As you will appreciate, proper disclosure norms require that patent titles and patent abstract information be very clear and reflective of the inventive concept–and that patent applicants that deliberately obfuscate such information be taken to task.

We thank you for your consideration and are hopeful that you will be open to public input of this sort, aimed at helping improve the functioning of the Indian patent system.

Thanking you very much, we remain,

Most sincerely yours,

Shamnad Basheer
Ministry of HRD Professor of IP Law
NUJS, Kolkata

And other signatories (please see attached list)

Cc: Dr Manmohan Singh, Honourable Prime Minister of India
Shri Kamal Nath, Minister for Commerce and Industry
Mr NN Prasad, Joint Secretary, DIPP

Shamnad Basheer

Shamnad Basheer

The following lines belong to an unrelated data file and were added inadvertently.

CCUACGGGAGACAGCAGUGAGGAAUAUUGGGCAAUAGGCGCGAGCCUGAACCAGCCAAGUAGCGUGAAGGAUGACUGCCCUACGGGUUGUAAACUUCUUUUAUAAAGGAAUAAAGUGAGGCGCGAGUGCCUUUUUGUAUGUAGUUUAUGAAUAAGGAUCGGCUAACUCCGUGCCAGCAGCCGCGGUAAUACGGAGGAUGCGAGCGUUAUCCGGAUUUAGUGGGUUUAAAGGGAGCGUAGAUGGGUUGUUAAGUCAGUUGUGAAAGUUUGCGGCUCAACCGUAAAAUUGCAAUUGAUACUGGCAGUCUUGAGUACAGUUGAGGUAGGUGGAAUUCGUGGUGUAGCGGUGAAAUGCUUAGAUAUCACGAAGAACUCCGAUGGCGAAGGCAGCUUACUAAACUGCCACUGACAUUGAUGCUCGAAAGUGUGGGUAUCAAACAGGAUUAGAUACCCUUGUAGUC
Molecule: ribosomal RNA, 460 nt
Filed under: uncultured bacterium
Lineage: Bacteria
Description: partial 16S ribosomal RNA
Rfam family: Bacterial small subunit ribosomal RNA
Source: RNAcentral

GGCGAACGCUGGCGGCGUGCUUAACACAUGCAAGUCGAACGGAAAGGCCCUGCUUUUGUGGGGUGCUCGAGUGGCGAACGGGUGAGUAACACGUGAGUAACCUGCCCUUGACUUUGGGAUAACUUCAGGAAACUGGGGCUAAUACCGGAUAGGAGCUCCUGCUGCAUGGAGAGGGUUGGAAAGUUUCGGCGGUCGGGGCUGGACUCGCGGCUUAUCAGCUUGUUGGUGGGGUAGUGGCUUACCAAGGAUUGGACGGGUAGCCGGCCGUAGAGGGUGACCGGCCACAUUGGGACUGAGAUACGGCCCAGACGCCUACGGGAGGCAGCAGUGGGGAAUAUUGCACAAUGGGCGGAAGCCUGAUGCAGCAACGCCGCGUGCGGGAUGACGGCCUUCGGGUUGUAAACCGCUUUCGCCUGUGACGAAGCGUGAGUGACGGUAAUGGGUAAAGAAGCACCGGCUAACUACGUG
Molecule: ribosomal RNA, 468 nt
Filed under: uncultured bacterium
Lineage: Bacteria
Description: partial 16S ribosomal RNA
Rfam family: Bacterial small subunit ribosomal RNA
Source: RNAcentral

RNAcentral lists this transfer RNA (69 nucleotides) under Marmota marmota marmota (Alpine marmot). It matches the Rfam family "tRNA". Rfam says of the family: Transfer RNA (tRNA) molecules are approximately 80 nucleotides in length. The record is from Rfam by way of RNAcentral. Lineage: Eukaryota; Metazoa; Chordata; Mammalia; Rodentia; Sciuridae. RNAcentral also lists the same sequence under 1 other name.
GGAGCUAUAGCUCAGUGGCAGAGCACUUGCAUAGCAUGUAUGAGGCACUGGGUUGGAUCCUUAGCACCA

Prof. (Dr.) Shamnad Basheer founded SpicyIP in 2005. He's also the Founder of IDIA, a project to train underprivileged students for admissions to the leading law schools. He served for two years as an expert on the IP global advisory council (GAC) of the World Economic Forum (WEF). In 2015, he received the Infosys Prize in Humanities in 2015 for his work on legal education and on democratising the discourse around intellectual property law and policy. The jury was headed by Nobel laureate, Prof. Amartya Sen. Professional History: After graduating from the NLS, Bangalore Prof. Basheer joined Anand and Anand, one of India’s leading IP firms. He went on to head their telecommunication and technology practice and was rated by the IFLR as a leading technology lawyer. He left for the University of Oxford to pursue post-graduate studies, completing the BCL, MPhil and DPhil as a Wellcome Trust scholar. His first academic appointment was at the George Washington University Law School, where he served as the Frank H Marks Visiting Associate Professor of IP Law. He then relocated to India in 2008 to take up the MHRD Chaired Professorship in IP Law at WB NUJS, a leading Indian law school. Later, he was the Honorary Research Chair of IP Law at Nirma University and also a visiting professor of law at the National Law School (NLS), Bangalore. Prof. Basheer has published widely and his articles have won awards, including those instituted by ATRIP, the Stanford Technology Law Review and CREATe. He was consulted widely by the government, industry, international organisations and civil society on a variety of IP issues. He also served on several government committees.